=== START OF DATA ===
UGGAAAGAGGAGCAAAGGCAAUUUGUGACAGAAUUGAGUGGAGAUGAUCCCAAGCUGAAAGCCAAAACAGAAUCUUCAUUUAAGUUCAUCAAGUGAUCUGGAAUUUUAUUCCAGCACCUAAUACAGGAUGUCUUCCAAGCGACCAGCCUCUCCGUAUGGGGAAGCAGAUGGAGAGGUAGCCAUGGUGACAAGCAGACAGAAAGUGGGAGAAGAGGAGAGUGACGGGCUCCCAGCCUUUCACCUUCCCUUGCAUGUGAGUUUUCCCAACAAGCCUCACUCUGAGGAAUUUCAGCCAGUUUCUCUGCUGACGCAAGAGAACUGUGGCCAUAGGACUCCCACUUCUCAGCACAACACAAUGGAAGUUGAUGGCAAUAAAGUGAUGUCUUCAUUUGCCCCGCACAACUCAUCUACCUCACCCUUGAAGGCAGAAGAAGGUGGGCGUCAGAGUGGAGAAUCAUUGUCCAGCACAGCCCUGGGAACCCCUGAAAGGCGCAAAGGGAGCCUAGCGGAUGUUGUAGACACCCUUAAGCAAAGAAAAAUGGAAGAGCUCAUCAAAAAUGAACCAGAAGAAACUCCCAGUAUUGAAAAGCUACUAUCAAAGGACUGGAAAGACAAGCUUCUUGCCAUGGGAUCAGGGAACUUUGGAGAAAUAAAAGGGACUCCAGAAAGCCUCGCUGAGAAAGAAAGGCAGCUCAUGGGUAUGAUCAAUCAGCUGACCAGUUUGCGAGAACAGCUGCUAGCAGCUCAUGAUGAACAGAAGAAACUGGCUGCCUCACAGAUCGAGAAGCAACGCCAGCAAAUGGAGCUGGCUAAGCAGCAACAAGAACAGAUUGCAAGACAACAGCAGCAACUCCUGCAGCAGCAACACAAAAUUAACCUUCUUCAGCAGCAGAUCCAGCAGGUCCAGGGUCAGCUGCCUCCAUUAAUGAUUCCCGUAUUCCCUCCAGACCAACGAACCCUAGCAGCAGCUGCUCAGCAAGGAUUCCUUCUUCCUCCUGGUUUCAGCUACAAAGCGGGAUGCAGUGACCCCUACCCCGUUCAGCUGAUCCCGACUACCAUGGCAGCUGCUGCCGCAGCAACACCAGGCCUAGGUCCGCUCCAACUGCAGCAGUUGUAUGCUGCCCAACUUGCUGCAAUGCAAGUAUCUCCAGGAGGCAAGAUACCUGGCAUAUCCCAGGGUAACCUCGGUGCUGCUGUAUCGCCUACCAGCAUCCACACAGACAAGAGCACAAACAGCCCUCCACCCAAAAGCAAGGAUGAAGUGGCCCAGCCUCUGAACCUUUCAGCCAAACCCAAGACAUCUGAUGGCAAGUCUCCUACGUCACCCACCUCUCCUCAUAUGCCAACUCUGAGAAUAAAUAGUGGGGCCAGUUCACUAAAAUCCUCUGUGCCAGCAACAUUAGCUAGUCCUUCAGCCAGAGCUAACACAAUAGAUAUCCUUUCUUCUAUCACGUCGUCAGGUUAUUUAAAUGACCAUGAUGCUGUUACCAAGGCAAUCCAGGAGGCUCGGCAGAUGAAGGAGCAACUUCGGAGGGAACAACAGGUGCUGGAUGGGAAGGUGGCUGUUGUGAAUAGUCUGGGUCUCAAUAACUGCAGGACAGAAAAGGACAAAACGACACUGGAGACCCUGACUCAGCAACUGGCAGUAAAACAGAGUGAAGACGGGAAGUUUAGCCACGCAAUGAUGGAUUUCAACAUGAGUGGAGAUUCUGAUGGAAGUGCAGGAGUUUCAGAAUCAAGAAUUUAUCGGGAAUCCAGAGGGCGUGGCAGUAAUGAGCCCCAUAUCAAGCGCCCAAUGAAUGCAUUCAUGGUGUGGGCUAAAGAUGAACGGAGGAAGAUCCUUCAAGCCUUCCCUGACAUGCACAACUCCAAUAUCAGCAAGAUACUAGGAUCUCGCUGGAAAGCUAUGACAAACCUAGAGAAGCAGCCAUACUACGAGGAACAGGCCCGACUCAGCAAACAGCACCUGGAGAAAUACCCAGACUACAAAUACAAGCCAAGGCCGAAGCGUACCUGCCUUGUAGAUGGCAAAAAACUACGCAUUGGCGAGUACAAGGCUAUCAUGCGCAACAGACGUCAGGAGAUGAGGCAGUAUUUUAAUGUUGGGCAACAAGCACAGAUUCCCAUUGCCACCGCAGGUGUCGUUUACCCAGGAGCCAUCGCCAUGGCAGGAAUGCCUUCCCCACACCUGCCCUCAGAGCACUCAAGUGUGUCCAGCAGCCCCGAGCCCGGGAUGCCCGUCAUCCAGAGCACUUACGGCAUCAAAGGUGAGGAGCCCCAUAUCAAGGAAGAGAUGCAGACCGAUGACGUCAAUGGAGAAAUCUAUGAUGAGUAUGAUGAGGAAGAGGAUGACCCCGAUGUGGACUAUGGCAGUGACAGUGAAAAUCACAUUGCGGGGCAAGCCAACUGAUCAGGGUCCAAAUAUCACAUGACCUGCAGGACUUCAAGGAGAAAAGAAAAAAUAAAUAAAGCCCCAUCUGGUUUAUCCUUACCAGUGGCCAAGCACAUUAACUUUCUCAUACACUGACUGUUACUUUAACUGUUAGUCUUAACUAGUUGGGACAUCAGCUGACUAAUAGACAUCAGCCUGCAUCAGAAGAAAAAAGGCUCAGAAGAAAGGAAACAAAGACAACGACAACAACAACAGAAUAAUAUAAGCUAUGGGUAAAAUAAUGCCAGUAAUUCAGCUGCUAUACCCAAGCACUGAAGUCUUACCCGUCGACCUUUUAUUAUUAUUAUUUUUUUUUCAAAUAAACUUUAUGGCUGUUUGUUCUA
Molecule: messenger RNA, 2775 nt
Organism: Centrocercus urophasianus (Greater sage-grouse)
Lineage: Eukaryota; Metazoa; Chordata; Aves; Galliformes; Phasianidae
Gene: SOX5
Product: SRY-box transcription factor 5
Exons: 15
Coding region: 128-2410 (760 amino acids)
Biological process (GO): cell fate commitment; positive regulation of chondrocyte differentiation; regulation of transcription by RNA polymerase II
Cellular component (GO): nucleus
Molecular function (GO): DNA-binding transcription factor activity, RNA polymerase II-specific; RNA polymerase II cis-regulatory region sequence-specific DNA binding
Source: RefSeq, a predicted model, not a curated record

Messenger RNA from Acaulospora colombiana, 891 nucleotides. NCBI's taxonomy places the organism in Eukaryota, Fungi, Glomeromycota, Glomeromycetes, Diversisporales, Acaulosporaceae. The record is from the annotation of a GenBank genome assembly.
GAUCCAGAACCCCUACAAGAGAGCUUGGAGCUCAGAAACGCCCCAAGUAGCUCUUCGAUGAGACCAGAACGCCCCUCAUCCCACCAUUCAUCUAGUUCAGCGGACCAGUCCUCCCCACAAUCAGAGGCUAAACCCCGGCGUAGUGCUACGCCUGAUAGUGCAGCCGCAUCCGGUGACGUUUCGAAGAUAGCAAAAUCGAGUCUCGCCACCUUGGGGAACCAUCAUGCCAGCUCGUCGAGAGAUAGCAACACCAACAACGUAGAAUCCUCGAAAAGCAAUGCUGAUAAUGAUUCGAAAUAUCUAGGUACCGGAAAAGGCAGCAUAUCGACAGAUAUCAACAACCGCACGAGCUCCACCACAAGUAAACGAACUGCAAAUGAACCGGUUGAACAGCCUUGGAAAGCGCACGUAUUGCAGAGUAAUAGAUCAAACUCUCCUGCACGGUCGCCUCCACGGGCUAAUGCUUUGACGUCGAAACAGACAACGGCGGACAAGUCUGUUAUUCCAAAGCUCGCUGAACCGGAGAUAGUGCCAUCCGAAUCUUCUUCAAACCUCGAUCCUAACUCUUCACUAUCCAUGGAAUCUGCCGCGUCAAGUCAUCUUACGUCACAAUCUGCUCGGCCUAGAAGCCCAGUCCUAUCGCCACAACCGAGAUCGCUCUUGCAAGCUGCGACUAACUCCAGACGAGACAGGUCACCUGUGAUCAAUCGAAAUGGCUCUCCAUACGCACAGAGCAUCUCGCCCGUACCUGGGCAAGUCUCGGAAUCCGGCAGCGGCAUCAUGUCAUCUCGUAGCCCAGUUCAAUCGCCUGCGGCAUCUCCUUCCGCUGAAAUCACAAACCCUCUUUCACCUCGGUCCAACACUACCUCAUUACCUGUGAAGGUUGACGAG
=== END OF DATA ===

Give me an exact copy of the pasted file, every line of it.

UGGAAAGAGGAGCAAAGGCAAUUUGUGACAGAAUUGAGUGGAGAUGAUCCCAAGCUGAAAGCCAAAACAGAAUCUUCAUUUAAGUUCAUCAAGUGAUCUGGAAUUUUAUUCCAGCACCUAAUACAGGAUGUCUUCCAAGCGACCAGCCUCUCCGUAUGGGGAAGCAGAUGGAGAGGUAGCCAUGGUGACAAGCAGACAGAAAGUGGGAGAAGAGGAGAGUGACGGGCUCCCAGCCUUUCACCUUCCCUUGCAUGUGAGUUUUCCCAACAAGCCUCACUCUGAGGAAUUUCAGCCAGUUUCUCUGCUGACGCAAGAGAACUGUGGCCAUAGGACUCCCACUUCUCAGCACAACACAAUGGAAGUUGAUGGCAAUAAAGUGAUGUCUUCAUUUGCCCCGCACAACUCAUCUACCUCACCCUUGAAGGCAGAAGAAGGUGGGCGUCAGAGUGGAGAAUCAUUGUCCAGCACAGCCCUGGGAACCCCUGAAAGGCGCAAAGGGAGCCUAGCGGAUGUUGUAGACACCCUUAAGCAAAGAAAAAUGGAAGAGCUCAUCAAAAAUGAACCAGAAGAAACUCCCAGUAUUGAAAAGCUACUAUCAAAGGACUGGAAAGACAAGCUUCUUGCCAUGGGAUCAGGGAACUUUGGAGAAAUAAAAGGGACUCCAGAAAGCCUCGCUGAGAAAGAAAGGCAGCUCAUGGGUAUGAUCAAUCAGCUGACCAGUUUGCGAGAACAGCUGCUAGCAGCUCAUGAUGAACAGAAGAAACUGGCUGCCUCACAGAUCGAGAAGCAACGCCAGCAAAUGGAGCUGGCUAAGCAGCAACAAGAACAGAUUGCAAGACAACAGCAGCAACUCCUGCAGCAGCAACACAAAAUUAACCUUCUUCAGCAGCAGAUCCAGCAGGUCCAGGGUCAGCUGCCUCCAUUAAUGAUUCCCGUAUUCCCUCCAGACCAACGAACCCUAGCAGCAGCUGCUCAGCAAGGAUUCCUUCUUCCUCCUGGUUUCAGCUACAAAGCGGGAUGCAGUGACCCCUACCCCGUUCAGCUGAUCCCGACUACCAUGGCAGCUGCUGCCGCAGCAACACCAGGCCUAGGUCCGCUCCAACUGCAGCAGUUGUAUGCUGCCCAACUUGCUGCAAUGCAAGUAUCUCCAGGAGGCAAGAUACCUGGCAUAUCCCAGGGUAACCUCGGUGCUGCUGUAUCGCCUACCAGCAUCCACACAGACAAGAGCACAAACAGCCCUCCACCCAAAAGCAAGGAUGAAGUGGCCCAGCCUCUGAACCUUUCAGCCAAACCCAAGACAUCUGAUGGCAAGUCUCCUACGUCACCCACCUCUCCUCAUAUGCCAACUCUGAGAAUAAAUAGUGGGGCCAGUUCACUAAAAUCCUCUGUGCCAGCAACAUUAGCUAGUCCUUCAGCCAGAGCUAACACAAUAGAUAUCCUUUCUUCUAUCACGUCGUCAGGUUAUUUAAAUGACCAUGAUGCUGUUACCAAGGCAAUCCAGGAGGCUCGGCAGAUGAAGGAGCAACUUCGGAGGGAACAACAGGUGCUGGAUGGGAAGGUGGCUGUUGUGAAUAGUCUGGGUCUCAAUAACUGCAGGACAGAAAAGGACAAAACGACACUGGAGACCCUGACUCAGCAACUGGCAGUAAAACAGAGUGAAGACGGGAAGUUUAGCCACGCAAUGAUGGAUUUCAACAUGAGUGGAGAUUCUGAUGGAAGUGCAGGAGUUUCAGAAUCAAGAAUUUAUCGGGAAUCCAGAGGGCGUGGCAGUAAUGAGCCCCAUAUCAAGCGCCCAAUGAAUGCAUUCAUGGUGUGGGCUAAAGAUGAACGGAGGAAGAUCCUUCAAGCCUUCCCUGACAUGCACAACUCCAAUAUCAGCAAGAUACUAGGAUCUCGCUGGAAAGCUAUGACAAACCUAGAGAAGCAGCCAUACUACGAGGAACAGGCCCGACUCAGCAAACAGCACCUGGAGAAAUACCCAGACUACAAAUACAAGCCAAGGCCGAAGCGUACCUGCCUUGUAGAUGGCAAAAAACUACGCAUUGGCGAGUACAAGGCUAUCAUGCGCAACAGACGUCAGGAGAUGAGGCAGUAUUUUAAUGUUGGGCAACAAGCACAGAUUCCCAUUGCCACCGCAGGUGUCGUUUACCCAGGAGCCAUCGCCAUGGCAGGAAUGCCUUCCCCACACCUGCCCUCAGAGCACUCAAGUGUGUCCAGCAGCCCCGAGCCCGGGAUGCCCGUCAUCCAGAGCACUUACGGCAUCAAAGGUGAGGAGCCCCAUAUCAAGGAAGAGAUGCAGACCGAUGACGUCAAUGGAGAAAUCUAUGAUGAGUAUGAUGAGGAAGAGGAUGACCCCGAUGUGGACUAUGGCAGUGACAGUGAAAAUCACAUUGCGGGGCAAGCCAACUGAUCAGGGUCCAAAUAUCACAUGACCUGCAGGACUUCAAGGAGAAAAGAAAAAAUAAAUAAAGCCCCAUCUGGUUUAUCCUUACCAGUGGCCAAGCACAUUAACUUUCUCAUACACUGACUGUUACUUUAACUGUUAGUCUUAACUAGUUGGGACAUCAGCUGACUAAUAGACAUCAGCCUGCAUCAGAAGAAAAAAGGCUCAGAAGAAAGGAAACAAAGACAACGACAACAACAACAGAAUAAUAUAAGCUAUGGGUAAAAUAAUGCCAGUAAUUCAGCUGCUAUACCCAAGCACUGAAGUCUUACCCGUCGACCUUUUAUUAUUAUUAUUUUUUUUUCAAAUAAACUUUAUGGCUGUUUGUUCUA
Molecule: messenger RNA, 2775 nt
Organism: Centrocercus urophasianus (Greater sage-grouse)
Lineage: Eukaryota; Metazoa; Chordata; Aves; Galliformes; Phasianidae
Gene: SOX5
Product: SRY-box transcription factor 5
Exons: 15
Coding region: 128-2410 (760 amino acids)
Biological process (GO): cell fate commitment; positive regulation of chondrocyte differentiation; regulation of transcription by RNA polymerase II
Cellular component (GO): nucleus
Molecular function (GO): DNA-binding transcription factor activity, RNA polymerase II-specific; RNA polymerase II cis-regulatory region sequence-specific DNA binding
Source: RefSeq, a predicted model, not a curated record

Messenger RNA from Acaulospora colombiana, 891 nucleotides. NCBI's taxonomy places the organism in Eukaryota, Fungi, Glomeromycota, Glomeromycetes, Diversisporales, Acaulosporaceae. The record is from the annotation of a GenBank genome assembly.
GAUCCAGAACCCCUACAAGAGAGCUUGGAGCUCAGAAACGCCCCAAGUAGCUCUUCGAUGAGACCAGAACGCCCCUCAUCCCACCAUUCAUCUAGUUCAGCGGACCAGUCCUCCCCACAAUCAGAGGCUAAACCCCGGCGUAGUGCUACGCCUGAUAGUGCAGCCGCAUCCGGUGACGUUUCGAAGAUAGCAAAAUCGAGUCUCGCCACCUUGGGGAACCAUCAUGCCAGCUCGUCGAGAGAUAGCAACACCAACAACGUAGAAUCCUCGAAAAGCAAUGCUGAUAAUGAUUCGAAAUAUCUAGGUACCGGAAAAGGCAGCAUAUCGACAGAUAUCAACAACCGCACGAGCUCCACCACAAGUAAACGAACUGCAAAUGAACCGGUUGAACAGCCUUGGAAAGCGCACGUAUUGCAGAGUAAUAGAUCAAACUCUCCUGCACGGUCGCCUCCACGGGCUAAUGCUUUGACGUCGAAACAGACAACGGCGGACAAGUCUGUUAUUCCAAAGCUCGCUGAACCGGAGAUAGUGCCAUCCGAAUCUUCUUCAAACCUCGAUCCUAACUCUUCACUAUCCAUGGAAUCUGCCGCGUCAAGUCAUCUUACGUCACAAUCUGCUCGGCCUAGAAGCCCAGUCCUAUCGCCACAACCGAGAUCGCUCUUGCAAGCUGCGACUAACUCCAGACGAGACAGGUCACCUGUGAUCAAUCGAAAUGGCUCUCCAUACGCACAGAGCAUCUCGCCCGUACCUGGGCAAGUCUCGGAAUCCGGCAGCGGCAUCAUGUCAUCUCGUAGCCCAGUUCAAUCGCCUGCGGCAUCUCCUUCCGCUGAAAUCACAAACCCUCUUUCACCUCGGUCCAACACUACCUCAUUACCUGUGAAGGUUGACGAG